though I am remain more convinced by Bruce’s original argument against it: for a programmer and a designer working with a page, the “main” area of content is what is left once everything else has been parcelled into navigations, headers, footers and asides. Having recently done a spate of breakdowns of page designs into HTML5 blocks I remain convinced of this especially for pages that essentially only catalogue other content – typical for many homepages. just adds noise.

Meanwhile in the real world when the code of 8000 or so home pages is reviewed we find that marking up all content into appropriate parcels is not what happens. And how does replacing a div element with main element add noise?

I do see problems trying to force HTML tags to do more than provide semantic structure. I’m starting to see tags like which is to me simply unnecessarily and distractingly redundant. 1:1 tag to role mappings can be handled more explicitly so that always has the role “navigation”. would, therefore, always be role main and there should be the necessary safeguards to ensure there is only one per page so that accessibility is not compromised.

The majority of HTML elements are mapped by browsers to accessibility APIs. This has been the case for many years. Use of roles in the cases you cite are simply polyfilling to make up for the lack of support in some browsers. For example is mapped to navigation in Firefox and Safari but not in IE. main is a new element which landed in browsers last week, in the browsers it is implemented in, the mapping is already supported, again the addition of role=main is a polyfill.

Comment by Charlie

@Steve

thanks for the information on the roles/tags stuff. I remain unconvinced that we will see significant takuep of <main> in websites. Given the still parlous state of implementations of other parts of the HTML 5 spec (forms, time) it’s a bit weird to see this getting support in Chrome and Firefox nightlies so quickly. Then again, it doesn’t actually do very much.

Regarding markup, however, there is no need to be so patronising. 8000 websites sounds a lot but is statistically irrelevant. Opera’s MAMA was closer to the mark back in 2008 and was AFAIK important background for HTML 5.

Comment by steve faulkner

@charlie,

Regarding markup, however, there is no need to be so patronising. 8000 websites sounds a lot but is statistically irrelevant. Opera’s MAMA was closer to the mark back in 2008 and was AFAIK important background for HTML 5.

My apologies, the data cited as evidence for the addition of the new html5 structural elements was a study carried out by Google in 2005. Unfortunatley not even a subset of the raw data was provided, and only a quite limited high level analysis of the data was ever made public. So we have to take it on faith. I have asked on many occasions for The mama data was not used as far as I am aware. The mama data was used and cited in the researching/developing of the main element though.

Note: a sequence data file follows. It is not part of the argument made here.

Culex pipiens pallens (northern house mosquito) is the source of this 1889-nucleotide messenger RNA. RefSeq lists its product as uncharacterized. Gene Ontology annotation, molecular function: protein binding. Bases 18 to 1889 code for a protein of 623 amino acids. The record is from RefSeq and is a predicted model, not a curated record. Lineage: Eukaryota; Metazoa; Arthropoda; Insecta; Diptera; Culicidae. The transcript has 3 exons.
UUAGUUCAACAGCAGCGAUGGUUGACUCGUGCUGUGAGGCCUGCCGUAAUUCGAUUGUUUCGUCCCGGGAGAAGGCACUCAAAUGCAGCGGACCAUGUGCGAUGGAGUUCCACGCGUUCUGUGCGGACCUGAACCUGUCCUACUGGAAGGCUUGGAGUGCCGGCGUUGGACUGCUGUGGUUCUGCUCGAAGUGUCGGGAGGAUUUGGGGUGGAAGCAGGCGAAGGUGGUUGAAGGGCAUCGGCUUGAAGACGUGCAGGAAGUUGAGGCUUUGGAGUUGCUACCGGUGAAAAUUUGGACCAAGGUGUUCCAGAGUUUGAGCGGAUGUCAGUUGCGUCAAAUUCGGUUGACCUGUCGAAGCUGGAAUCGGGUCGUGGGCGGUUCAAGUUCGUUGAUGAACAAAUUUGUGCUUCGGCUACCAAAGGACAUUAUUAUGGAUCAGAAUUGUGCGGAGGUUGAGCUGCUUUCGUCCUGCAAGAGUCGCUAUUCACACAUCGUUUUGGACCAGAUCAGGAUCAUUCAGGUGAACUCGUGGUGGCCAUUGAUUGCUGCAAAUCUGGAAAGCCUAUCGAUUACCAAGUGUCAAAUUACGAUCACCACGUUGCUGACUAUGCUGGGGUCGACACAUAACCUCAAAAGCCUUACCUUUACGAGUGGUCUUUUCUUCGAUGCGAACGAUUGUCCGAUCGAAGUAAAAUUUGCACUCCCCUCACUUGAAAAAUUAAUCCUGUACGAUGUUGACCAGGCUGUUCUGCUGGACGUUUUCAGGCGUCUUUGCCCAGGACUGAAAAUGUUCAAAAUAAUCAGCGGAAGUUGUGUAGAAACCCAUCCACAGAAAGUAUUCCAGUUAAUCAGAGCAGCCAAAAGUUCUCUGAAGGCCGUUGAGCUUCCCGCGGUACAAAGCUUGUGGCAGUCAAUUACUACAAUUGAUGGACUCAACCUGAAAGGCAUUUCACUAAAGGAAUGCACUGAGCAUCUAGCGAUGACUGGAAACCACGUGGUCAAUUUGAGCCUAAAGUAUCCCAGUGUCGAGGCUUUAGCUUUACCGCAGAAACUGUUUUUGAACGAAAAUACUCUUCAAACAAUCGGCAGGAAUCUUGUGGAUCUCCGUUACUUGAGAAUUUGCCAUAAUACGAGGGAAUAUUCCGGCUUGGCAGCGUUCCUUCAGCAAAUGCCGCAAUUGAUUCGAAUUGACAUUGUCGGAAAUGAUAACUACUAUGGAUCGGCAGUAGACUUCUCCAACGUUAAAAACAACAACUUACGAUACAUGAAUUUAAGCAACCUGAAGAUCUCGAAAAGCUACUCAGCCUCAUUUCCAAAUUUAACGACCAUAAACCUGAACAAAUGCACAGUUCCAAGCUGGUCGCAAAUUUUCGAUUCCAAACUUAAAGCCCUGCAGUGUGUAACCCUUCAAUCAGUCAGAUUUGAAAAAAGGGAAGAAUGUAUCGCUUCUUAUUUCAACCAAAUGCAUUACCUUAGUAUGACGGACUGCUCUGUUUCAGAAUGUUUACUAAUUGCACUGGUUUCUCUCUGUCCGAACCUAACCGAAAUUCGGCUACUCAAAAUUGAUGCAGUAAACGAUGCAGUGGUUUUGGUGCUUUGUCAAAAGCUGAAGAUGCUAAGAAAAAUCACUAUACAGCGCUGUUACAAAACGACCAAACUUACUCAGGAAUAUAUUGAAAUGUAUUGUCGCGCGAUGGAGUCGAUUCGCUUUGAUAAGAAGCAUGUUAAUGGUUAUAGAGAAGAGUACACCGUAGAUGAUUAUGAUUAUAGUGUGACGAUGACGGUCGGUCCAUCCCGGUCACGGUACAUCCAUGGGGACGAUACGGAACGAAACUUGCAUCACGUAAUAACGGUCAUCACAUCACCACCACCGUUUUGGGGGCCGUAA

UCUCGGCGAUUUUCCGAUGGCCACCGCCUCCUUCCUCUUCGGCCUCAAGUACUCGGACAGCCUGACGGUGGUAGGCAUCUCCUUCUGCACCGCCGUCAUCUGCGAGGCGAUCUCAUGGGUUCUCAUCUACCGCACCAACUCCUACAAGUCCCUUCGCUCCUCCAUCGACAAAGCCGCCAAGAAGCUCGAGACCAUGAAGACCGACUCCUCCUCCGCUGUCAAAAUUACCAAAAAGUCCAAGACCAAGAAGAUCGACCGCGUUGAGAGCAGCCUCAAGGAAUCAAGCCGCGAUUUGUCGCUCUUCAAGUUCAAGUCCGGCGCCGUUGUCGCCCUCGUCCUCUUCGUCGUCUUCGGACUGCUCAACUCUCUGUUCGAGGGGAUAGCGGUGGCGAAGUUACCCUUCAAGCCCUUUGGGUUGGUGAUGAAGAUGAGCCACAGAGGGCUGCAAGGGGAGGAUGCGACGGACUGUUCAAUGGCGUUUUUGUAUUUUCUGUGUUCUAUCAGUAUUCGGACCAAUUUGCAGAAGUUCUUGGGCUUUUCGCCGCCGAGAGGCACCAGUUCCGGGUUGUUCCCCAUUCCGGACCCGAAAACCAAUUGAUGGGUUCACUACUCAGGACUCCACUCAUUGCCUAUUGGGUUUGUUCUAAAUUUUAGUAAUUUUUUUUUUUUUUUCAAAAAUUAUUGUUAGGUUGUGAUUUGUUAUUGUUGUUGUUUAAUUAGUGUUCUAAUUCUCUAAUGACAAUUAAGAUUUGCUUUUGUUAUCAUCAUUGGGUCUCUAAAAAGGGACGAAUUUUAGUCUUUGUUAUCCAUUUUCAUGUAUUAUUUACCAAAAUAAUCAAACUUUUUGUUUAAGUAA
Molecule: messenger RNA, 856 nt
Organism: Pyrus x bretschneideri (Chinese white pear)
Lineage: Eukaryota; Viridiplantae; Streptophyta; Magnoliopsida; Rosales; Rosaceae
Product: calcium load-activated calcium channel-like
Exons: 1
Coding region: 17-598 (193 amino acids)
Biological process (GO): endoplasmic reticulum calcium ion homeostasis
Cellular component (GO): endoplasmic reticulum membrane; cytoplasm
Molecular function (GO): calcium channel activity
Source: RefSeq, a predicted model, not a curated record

Comment by steve faulkner

@charlies

I misquoted it’s actually around 35,000 home pages (out of the worlds top 50,000 most visted web sites) provided in the data set cited, which I would suggest is quite statistically significant, and can provide a good indication of markup trends and practices that are evident in sites used daily by many millions of people. As the data was collected a month or so ago it provides an up to date an relevant point of reference for understanding how HTML is being used.

Comment by Jeremy Keith

A commenter named Charlie wrote:

“But, as you may have already seen, there are plenty of people not happy with just one main per page: http://adactio.com/journal/6014/

Well, it’s not that I’m not happy — I just wanted to have a discussion about the possibility of expanding the use of the main element while still keeping the body’s main element (and only that instance of the main element) mapped to the aria role of “main”.

But I’m very happy to have an element that corresponds to the last ARIA landmark role that (until now) didn’t have a 1-to-1 mapping with a native HTML semantic. I’d just like to see it work more like other ARIA landmark roles that should only be used once per document (banner, contentinfo) where the corresponding HTML elements can be used within sectioning content (header, footer).

Charlie went on to say:
” (via ALA which is quite sad really)”

So sad. So very, very sad.

Comment by Luke Stevens

…the purpose of HTML5, the choice of tags for which was based on empirical research or what people were using.

FWIW, that was not the case. The WHATWG’s refusal to follow other obvious patterns (article/comment) shows that research isn’t really here or there.

I haven’t followed the development of main very closely – what persuaded the WHATWG to add it to their spec?

Comment by Steve Faulkner

@Luke

what persuaded the WHATWG to add it to their spec?

Hixie added it to his spec because is has been implemented in browsers.

Comment by Ben Barber

Well, you all are FAR more intelligent than I (I’m but a humble web developer and teacher of web design), but I’m strongly in favor of Jeremy’s recommendation. It’s consistent, accessible, easy to implement, easy to teach, easy to style, tastes great and is less filling.

Comment by steve faulkner

@ben

its not about being intelligent, Bruce for example struggles with many of the more complex topics of web development and life in general (dressing for example). It is about having an understanding of the standards development process, and that features don’t get implemented or modified on a whim. Plus ones don’t count for much, but use cases and data to back up a feature request do.